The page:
The answer is yes, if you want the best outcome. If you are looking for a lawyer for your arraignment, it helps to understand some of the basics facts about what an arraignment entails. First let’s answer the question, What Is An Arraignment?
What Is the Process That Leads to An Arraignment and Do I Need a Lawyer for my Arraignment?
Your arraignment is one of the first dates you will appear in court. It is a court hearing during which the charges against you will be formally read. The judge reads out the charges and asks if you understand them. If you don’t have an attorney and can’t afford one, the court will appoint a public defender.
An arraignment is a formal reading of charges that happens after you have been arrested or received a summons to appear in court or after a grand jury have brought an indictment against you.
If you have been arrested, the arraignment often coincides with a bail hearing. It may also involve a dangerousness hearing if you are considered a danger to the public. In Massachusetts, the arraignment should happen as soon after the arrest as reasonably possible, usually one business day. The judge will then make a decision about bail at your hearing. At this point you will then have the option to post bail and be released. You have the right to bail unless you are charged with murder.
If you have received a summons to appear in court you will receive a notice in the mail with your charges and a date on which you must appear in court.
If you have been accused of a misdemeanor you are entitled to a “show cause” hearing during which a District Court clerk magistrate decides whether the evidence against you amounts to “probable cause” that you committed a crime. Once the magistrate has decided that the charges against you can be filed, you will have to appear in court for your arraignment.
If you have been accused of a felony the process to decide whether to bring charges against you is more involved. A grand jury of your peers reviews the evidence and returns an indictment if they agree there is probable cause you committed the crime. If you are indicted you will then have to appear at your arraignment during which your charges will be formally read. If you don’t show up at your arraignment date a warrant may be issued.
What to Expect At An Arraignment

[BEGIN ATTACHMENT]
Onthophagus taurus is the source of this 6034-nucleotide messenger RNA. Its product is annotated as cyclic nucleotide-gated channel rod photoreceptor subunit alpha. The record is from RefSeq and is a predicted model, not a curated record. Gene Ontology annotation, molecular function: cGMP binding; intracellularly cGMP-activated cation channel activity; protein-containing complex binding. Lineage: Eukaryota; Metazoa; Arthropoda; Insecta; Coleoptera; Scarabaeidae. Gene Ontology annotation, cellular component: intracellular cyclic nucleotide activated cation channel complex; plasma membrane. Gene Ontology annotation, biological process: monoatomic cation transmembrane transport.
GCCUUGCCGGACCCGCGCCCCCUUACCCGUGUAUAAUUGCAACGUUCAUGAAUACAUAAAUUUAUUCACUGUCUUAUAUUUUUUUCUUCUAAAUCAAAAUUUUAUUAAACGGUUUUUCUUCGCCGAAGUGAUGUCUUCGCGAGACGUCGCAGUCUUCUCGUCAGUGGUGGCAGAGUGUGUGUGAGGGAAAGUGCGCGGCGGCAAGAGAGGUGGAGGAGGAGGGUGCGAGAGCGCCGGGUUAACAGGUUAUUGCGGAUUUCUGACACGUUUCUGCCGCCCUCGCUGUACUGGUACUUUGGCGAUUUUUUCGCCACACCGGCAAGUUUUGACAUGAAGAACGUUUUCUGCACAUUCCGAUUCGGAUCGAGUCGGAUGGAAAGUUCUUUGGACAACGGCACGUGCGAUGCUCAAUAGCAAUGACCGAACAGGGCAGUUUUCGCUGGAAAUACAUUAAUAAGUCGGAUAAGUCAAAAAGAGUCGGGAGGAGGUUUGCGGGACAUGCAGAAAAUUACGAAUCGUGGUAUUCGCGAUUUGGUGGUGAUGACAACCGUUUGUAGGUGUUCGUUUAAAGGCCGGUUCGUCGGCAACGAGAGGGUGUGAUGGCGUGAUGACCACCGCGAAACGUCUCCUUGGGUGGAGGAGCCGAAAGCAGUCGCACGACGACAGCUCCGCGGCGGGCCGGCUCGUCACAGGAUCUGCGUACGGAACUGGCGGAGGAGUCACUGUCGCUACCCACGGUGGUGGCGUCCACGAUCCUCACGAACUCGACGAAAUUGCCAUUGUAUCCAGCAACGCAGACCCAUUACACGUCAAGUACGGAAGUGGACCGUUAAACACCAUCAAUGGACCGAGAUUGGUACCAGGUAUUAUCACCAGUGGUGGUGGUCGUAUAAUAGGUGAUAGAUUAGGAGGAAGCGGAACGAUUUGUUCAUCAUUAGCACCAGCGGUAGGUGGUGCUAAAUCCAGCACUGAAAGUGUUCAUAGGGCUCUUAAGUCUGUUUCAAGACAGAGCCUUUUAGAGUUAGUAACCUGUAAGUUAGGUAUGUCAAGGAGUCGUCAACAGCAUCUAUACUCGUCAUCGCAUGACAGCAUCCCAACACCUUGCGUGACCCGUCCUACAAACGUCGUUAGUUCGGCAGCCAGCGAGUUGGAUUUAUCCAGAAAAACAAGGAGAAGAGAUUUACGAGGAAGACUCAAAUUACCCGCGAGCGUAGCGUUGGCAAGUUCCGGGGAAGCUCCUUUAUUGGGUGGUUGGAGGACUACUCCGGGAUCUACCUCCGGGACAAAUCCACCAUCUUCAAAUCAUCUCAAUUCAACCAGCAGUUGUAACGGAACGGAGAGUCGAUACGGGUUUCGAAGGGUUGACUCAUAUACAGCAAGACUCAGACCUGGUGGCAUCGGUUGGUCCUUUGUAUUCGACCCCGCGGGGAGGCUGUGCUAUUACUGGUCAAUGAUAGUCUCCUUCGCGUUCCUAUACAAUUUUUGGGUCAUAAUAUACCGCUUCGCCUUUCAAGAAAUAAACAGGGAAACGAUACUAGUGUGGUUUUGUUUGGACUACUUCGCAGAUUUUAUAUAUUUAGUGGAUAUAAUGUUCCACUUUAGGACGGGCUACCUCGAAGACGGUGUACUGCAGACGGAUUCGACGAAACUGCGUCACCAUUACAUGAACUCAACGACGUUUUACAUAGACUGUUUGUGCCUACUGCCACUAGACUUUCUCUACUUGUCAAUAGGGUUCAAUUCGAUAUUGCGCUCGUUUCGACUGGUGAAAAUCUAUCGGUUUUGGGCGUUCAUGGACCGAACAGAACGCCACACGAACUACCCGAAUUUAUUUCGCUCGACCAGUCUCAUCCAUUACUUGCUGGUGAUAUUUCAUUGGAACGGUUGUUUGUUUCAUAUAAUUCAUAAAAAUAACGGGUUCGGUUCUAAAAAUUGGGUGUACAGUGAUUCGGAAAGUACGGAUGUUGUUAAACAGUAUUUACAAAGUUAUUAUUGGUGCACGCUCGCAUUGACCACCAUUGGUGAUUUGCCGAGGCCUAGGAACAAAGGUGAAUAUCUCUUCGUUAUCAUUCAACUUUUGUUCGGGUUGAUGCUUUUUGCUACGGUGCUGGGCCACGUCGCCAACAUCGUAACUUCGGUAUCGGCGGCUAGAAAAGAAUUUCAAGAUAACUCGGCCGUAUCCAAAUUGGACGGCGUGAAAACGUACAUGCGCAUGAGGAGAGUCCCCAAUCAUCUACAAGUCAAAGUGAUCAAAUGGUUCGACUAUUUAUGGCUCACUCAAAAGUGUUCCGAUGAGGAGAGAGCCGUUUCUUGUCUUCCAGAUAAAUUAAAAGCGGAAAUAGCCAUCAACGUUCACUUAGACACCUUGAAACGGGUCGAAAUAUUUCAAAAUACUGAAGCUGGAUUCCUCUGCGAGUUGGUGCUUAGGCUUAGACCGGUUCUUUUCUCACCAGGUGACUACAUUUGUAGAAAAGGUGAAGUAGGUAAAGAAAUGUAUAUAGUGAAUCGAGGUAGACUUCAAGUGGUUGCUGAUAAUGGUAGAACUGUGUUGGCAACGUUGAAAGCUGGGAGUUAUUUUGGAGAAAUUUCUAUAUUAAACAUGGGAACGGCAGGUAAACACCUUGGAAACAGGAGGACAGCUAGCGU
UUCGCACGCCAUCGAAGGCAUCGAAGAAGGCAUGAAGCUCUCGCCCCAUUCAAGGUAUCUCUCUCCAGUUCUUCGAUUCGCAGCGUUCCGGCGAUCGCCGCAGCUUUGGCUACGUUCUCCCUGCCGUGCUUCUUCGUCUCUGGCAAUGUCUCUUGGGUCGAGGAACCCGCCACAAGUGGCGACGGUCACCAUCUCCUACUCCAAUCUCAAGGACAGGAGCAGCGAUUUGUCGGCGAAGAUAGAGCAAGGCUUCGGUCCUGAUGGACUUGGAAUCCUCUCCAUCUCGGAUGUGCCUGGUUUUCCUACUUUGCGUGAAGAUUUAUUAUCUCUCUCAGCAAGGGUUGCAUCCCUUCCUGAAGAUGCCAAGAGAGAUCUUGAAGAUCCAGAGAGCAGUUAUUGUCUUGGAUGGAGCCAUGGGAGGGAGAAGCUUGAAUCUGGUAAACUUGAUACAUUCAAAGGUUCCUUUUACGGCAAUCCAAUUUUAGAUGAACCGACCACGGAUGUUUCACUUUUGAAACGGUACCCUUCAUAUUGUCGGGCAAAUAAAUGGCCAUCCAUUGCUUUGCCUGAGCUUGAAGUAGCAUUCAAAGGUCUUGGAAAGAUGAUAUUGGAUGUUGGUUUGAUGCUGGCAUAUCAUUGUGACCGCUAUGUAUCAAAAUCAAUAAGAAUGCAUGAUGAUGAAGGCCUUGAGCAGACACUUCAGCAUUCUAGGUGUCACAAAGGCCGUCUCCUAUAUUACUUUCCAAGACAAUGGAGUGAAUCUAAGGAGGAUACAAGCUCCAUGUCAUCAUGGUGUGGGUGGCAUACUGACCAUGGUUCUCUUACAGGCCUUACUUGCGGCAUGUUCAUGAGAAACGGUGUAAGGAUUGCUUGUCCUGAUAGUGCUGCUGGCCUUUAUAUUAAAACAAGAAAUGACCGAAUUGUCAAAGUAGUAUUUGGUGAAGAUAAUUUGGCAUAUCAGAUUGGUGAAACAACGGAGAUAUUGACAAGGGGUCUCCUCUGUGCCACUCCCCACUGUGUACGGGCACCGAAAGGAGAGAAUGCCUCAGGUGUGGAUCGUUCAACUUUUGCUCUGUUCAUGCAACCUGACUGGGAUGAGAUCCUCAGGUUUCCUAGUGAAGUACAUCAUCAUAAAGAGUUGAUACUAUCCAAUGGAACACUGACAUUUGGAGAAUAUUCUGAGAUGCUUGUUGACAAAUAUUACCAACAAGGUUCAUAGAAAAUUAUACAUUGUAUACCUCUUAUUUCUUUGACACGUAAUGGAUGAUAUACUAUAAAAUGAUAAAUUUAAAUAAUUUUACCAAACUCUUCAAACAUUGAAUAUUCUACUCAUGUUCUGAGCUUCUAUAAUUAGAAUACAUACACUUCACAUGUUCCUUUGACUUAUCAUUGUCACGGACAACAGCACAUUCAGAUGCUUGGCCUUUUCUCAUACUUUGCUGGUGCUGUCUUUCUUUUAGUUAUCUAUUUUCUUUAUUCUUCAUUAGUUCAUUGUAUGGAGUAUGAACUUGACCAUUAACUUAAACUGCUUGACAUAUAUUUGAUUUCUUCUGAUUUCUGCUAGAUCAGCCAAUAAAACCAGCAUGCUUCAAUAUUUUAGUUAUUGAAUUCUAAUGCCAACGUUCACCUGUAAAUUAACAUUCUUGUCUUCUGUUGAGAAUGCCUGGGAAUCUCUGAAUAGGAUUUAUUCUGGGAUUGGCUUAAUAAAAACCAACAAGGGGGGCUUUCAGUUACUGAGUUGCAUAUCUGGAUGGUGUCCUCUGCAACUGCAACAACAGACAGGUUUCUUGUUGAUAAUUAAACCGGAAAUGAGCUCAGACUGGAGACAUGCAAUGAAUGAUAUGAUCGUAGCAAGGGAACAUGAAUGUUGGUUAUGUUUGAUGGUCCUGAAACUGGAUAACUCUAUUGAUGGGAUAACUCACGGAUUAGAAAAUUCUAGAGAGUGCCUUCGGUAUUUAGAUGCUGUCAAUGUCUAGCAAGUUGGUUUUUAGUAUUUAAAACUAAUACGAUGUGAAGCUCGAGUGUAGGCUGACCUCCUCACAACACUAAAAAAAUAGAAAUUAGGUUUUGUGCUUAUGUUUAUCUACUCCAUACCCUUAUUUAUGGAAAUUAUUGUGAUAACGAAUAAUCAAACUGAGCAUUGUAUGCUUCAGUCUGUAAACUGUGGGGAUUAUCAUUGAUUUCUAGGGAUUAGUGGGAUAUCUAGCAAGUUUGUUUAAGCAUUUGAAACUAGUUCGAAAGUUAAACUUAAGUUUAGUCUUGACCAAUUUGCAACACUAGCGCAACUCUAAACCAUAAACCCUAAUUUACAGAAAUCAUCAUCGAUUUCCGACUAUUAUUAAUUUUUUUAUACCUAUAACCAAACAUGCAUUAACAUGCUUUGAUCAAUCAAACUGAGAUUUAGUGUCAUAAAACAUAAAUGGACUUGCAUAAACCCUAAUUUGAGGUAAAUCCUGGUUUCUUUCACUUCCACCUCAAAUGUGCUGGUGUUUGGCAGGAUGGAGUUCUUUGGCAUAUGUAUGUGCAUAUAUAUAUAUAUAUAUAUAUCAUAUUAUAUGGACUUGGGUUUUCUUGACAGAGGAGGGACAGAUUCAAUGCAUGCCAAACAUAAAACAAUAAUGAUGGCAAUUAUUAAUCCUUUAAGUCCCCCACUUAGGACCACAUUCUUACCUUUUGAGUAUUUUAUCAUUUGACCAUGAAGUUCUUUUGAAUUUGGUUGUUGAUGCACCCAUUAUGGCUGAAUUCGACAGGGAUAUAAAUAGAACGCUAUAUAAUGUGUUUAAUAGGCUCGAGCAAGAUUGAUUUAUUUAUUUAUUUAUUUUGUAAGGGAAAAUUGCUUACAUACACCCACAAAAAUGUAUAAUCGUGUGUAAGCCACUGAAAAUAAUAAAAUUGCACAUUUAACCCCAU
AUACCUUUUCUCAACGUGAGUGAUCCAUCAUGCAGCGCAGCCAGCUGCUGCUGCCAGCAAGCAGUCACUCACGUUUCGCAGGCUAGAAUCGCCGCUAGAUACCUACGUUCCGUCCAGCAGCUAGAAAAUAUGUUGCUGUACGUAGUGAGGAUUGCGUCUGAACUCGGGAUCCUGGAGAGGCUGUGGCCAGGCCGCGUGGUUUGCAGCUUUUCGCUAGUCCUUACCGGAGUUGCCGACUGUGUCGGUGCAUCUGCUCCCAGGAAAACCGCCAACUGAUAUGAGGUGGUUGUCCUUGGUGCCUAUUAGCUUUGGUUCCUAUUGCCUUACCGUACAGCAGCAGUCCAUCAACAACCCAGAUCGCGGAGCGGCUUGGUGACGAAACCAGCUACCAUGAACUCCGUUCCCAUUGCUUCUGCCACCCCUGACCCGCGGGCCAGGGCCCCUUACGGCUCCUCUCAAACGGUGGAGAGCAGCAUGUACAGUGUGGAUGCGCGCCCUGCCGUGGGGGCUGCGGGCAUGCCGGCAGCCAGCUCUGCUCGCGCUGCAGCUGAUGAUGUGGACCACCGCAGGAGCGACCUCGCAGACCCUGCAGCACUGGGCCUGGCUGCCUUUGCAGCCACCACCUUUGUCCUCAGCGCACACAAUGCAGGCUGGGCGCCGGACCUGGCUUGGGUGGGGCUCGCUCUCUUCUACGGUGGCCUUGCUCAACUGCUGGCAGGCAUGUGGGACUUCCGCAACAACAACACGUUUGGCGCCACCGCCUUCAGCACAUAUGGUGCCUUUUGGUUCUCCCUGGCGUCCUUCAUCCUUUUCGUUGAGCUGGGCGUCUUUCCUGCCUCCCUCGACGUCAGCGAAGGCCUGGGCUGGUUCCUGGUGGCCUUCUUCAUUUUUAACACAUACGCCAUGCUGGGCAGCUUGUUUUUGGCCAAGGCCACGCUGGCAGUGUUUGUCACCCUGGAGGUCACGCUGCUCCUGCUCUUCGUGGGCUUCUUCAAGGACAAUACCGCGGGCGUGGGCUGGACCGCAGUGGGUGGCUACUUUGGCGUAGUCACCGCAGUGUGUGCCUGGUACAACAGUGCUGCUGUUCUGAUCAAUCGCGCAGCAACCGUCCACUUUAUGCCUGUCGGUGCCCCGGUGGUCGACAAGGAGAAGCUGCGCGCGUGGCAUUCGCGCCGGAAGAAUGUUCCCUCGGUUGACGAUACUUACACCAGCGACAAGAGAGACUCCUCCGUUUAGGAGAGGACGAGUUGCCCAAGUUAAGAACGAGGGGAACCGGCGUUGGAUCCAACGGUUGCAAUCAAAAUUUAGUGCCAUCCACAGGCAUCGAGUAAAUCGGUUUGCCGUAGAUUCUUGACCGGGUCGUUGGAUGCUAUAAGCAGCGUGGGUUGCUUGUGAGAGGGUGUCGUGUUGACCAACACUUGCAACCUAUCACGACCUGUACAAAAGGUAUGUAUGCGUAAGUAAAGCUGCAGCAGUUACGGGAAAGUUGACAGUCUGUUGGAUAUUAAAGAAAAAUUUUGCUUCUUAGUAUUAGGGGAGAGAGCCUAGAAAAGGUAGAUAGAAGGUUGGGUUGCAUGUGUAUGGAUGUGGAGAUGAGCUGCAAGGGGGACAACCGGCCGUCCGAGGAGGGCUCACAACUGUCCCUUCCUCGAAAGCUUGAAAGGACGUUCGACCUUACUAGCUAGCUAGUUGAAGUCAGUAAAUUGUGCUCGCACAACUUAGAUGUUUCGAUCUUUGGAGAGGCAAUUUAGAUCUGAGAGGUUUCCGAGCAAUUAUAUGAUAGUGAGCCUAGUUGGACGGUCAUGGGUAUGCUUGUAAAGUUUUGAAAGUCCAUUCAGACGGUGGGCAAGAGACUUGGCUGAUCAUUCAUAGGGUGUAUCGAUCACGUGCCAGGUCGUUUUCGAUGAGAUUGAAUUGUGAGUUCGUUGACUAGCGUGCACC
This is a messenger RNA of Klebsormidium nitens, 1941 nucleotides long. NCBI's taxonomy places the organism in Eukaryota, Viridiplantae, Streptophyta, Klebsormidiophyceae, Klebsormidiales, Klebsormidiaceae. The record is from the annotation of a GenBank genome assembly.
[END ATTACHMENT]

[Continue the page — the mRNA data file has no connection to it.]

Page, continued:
Arraignment hearings in Massachusetts are not open to the public. During an arraignment you are no longer addressed as “the accused,” but instead “the defendant.” You may have your attorney present at your Massachusetts arraignment. If your sentence includes jail time and you can’t afford an attorney you will be assigned a court appointed attorney. You can speak to your attorney either before or after the proceedings. It is important to have an attorney to counsel and defend you and protect your rights.
When you arrive in court a court officer will direct you to a microphone where you will stand once your case number has been announced. The judge will read out the charges and the clerk will enter a not guilty plea on your behalf or you will be asked how you want to plead. You may plead guilty, not guilty and “no contest.”
If your charges are less serious it’s possible that your case could be resolved at your arraignment. You may be given the option to discuss possible resolutions with prosecutors. This is best done with an attorney present. Before you plead guilty you can review these options. No matter what, however, you still have a constitutional right to a criminal trial.
At Dhar Law, LLP, we can help you with your arraignment and assist you through the arraignment process. We always assume our clients to be innocent until proven guilty. We represent you against highly trained Prosecutors and District Attorneys, whose primary motivation is to obtain a conviction and penalize you.
Our criminal defense attorney’s goal is to build the best defense in your case so you can minimize or even expunge the charges against you. Sometimes being a first-time offender can work in your favor as part of a defense strategy. Many people with no criminal history obtain a positive outcome and walk away with few or no penalties.